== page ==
Fans who follow Big Truck Tacos on Facebook who have not seen postings in months were almost guaranteed to have seen a message on Saturday — one that the restaurant owners paid $300 to ensure it was read by all 32,000 people.
For that $300, owner Chris Lower told the restaurant fans that they might be better off following Big Truck via Facebook’s rival social media site Twitter.
“Facebook continues to throttle our posts to reach only a small number of people,” Lower wrote. “Most of our posts show up in about 5 percent of our followers’ timelines. That means you are missing out on a lot of good information and fun stuff. We suggest that you follow us on Twitter also, if you want to see everything that we are putting out to our fans.”
By Monday morning, Big Truck’s Twitter following grew by 200 people, though at a total of 14,600, it is still just half the following of the restaurant’s 32,246 Facebook fans. The response has Lower unsure about his next move with social media.
“About 60,000 people saw the post, which is interesting because we have 32,000 fans,” Lower said. “Our typical posts the past few months are seen by between a range for 500 and 1,000 among our 32,000 fans.”
Big Truck Tacos is generally recognized as one of the first local restaurants to successfully use social media when the restaurant opened at 530 NW 23 in 2009. Lower admits the success was accidental, a result of Lower and business partners Kathryn Mathis and Cally Johnson using Facebook to post photos and updates of their renovation and preparations to open the restaurant.
Within a couple of weeks, Mathis said, the page’s followers hit 500. The restaurant at the time was still months away from opening.
In those early years on Facebook, the restaurant used its page to promote specials, show off photos of the restaurant operators’ travels and their food, and to track the ongoing revival of NW 23 Street.
Those posts, however, were getting seen by fewer and fewer of the Big Truck Taco fans as Facebook repeatedly changed the rules for its users.
“It’s pretty apparent how the spigot has been turned off by Facebook,” Lower said. “After going public, they had to figure out how to monetize their user base. And this is how they’re doing it — by tapping the businesses that have fans and want their fans to see their stuff. From a business point, I guess it makes sense — they’re not a charity. But it’s not what the fans signed up for, nor are they getting what they signed up for.”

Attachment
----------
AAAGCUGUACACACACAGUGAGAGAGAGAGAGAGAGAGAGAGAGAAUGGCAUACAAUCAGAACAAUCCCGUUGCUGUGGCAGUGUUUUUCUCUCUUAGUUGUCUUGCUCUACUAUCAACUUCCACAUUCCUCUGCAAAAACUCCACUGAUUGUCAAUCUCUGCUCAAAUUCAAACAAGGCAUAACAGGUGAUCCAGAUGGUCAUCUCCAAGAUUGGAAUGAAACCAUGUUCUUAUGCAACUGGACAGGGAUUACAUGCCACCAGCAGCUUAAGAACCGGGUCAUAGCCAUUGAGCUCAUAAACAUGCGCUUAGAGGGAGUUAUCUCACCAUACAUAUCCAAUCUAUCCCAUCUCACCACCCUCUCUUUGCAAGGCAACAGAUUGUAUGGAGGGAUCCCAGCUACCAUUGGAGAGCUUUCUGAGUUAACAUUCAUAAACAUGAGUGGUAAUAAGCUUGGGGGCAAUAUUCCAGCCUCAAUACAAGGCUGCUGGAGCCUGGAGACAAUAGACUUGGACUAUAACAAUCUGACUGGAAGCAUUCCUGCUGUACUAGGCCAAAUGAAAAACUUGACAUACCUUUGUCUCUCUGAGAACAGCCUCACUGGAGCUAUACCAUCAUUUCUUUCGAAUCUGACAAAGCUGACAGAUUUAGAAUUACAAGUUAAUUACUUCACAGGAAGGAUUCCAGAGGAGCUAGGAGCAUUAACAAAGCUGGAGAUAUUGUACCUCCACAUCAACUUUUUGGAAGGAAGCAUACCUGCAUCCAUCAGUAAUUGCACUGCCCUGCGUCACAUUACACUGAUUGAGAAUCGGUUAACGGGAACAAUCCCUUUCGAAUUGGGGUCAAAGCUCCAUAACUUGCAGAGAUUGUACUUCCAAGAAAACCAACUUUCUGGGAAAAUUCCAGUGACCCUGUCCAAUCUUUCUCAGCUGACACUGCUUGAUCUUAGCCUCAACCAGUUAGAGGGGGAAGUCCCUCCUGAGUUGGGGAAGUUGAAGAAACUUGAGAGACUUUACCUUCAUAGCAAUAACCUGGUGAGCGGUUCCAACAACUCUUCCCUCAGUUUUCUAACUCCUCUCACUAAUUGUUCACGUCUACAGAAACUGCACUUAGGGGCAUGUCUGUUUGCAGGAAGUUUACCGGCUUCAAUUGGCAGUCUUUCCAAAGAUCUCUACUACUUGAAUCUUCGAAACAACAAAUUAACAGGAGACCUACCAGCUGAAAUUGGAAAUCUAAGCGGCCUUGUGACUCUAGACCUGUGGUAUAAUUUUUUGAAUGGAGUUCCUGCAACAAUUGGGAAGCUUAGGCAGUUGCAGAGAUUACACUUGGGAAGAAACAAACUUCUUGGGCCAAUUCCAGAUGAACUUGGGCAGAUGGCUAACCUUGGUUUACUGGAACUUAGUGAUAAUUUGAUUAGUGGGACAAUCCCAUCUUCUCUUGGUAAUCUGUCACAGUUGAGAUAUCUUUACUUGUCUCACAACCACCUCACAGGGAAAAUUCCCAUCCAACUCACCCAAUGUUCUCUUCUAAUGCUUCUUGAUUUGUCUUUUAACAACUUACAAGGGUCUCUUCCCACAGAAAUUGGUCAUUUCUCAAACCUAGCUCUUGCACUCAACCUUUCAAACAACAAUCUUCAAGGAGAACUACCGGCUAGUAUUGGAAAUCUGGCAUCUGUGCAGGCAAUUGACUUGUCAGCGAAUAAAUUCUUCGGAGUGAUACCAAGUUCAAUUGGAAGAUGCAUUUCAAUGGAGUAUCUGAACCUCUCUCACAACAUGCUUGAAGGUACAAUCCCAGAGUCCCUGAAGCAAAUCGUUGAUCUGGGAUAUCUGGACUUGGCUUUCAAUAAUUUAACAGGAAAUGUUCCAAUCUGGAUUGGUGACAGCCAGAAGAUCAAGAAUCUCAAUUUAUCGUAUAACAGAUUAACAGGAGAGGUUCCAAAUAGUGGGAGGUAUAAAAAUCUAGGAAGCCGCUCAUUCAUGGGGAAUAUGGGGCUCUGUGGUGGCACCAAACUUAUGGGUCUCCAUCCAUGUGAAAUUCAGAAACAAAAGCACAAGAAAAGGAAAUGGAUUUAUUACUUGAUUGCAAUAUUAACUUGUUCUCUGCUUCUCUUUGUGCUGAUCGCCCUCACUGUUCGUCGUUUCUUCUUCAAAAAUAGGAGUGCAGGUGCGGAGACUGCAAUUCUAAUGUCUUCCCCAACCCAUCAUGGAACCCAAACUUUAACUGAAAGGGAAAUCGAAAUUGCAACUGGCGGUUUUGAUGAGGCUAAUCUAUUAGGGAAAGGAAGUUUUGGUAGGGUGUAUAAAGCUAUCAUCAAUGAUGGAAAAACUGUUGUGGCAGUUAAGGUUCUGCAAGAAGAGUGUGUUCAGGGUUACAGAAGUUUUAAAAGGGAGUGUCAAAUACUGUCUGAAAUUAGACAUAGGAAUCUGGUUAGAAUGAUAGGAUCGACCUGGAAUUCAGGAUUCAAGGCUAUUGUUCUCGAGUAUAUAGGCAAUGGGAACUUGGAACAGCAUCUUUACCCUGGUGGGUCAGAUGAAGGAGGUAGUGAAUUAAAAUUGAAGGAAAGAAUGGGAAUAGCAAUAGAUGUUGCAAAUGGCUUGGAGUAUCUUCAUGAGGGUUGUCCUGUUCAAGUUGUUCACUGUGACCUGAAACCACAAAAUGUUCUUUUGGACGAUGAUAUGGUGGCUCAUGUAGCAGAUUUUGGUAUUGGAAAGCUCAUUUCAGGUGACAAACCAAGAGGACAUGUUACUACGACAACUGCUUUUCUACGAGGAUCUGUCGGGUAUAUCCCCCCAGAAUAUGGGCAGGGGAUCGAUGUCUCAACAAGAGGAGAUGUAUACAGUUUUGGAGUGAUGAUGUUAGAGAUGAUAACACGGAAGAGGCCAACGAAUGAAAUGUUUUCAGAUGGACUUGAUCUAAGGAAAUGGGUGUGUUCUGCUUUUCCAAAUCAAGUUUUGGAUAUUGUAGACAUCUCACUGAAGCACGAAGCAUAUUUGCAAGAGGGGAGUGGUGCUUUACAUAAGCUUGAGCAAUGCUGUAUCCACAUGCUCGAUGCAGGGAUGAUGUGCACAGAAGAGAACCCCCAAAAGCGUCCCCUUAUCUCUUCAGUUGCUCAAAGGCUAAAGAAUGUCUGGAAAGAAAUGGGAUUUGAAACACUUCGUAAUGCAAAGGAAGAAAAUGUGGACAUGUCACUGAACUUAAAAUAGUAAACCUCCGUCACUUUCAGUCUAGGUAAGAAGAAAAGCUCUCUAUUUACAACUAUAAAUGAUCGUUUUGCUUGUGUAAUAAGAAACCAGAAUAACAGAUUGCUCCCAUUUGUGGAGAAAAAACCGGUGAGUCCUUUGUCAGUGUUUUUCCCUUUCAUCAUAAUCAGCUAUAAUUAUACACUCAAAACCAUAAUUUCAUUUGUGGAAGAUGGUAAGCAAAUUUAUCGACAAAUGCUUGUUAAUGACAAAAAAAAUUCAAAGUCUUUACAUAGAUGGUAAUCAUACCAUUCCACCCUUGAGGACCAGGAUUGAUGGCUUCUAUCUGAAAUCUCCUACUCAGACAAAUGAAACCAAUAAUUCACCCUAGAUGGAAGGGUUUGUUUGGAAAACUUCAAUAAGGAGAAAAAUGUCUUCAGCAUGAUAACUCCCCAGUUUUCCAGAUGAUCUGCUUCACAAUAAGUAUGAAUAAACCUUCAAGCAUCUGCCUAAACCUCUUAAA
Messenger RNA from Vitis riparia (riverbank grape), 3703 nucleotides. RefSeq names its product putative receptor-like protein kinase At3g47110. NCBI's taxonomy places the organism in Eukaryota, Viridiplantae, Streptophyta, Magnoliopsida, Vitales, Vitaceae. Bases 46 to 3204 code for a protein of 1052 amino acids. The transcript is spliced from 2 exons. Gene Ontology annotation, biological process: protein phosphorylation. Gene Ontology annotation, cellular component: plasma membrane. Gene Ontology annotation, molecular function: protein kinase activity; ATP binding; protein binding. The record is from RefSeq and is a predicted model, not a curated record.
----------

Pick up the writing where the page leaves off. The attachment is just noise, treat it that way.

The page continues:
What prompted Lower’s decision to urge fans to follow his restaurant on Twitter was a story last week on Gawker advising Facebook was about to make matters even worse for businesses like Big Truck Tacos.
The online publication suggested Facebook would reduce the reach of businesses’ pages to 1 or 2 percent of fans.
Casey Cornett, social media director at VI Marketing, said he wasn’t aware of any other business owners resorting to Lower’s Twitter-promoting tactic. But, he added, not everyone is happy with the ongoing changes at Facebook.
“They say you have to be more engaging, and the more engaging you are, the more your posts will be seen,” Cornett said.
“I can see their point. But Facebook has changed the algorithm to make it even worse. Some pages were down to 8 to 10 percent seeing their posts now. Facebook is going to make you pay for it, and they’re really good at it.”
Cornett advises such an investment may be advantageous to restaurants like Big Truck Tacos — the posts ensure messages are going to customers.
“It’s the highest demographic you can have,” Cornett said.
“So I can see both sides. I wouldn’t push people to Twitter, because it’s something I can see Twitter moving to in a couple of years.”
Lower admits he’s now uncertain after the response the one paid post received.
“It ended up being a bargain — I hate to say that,” Lower said.
“There are so many different platforms popping up. ... I think at some point people might get worn out with it as each site tries to make money, which makes it more difficult for people to do what they want to do.
So five years from now we might be doing great on Facebook or we might not even be on Facebook.”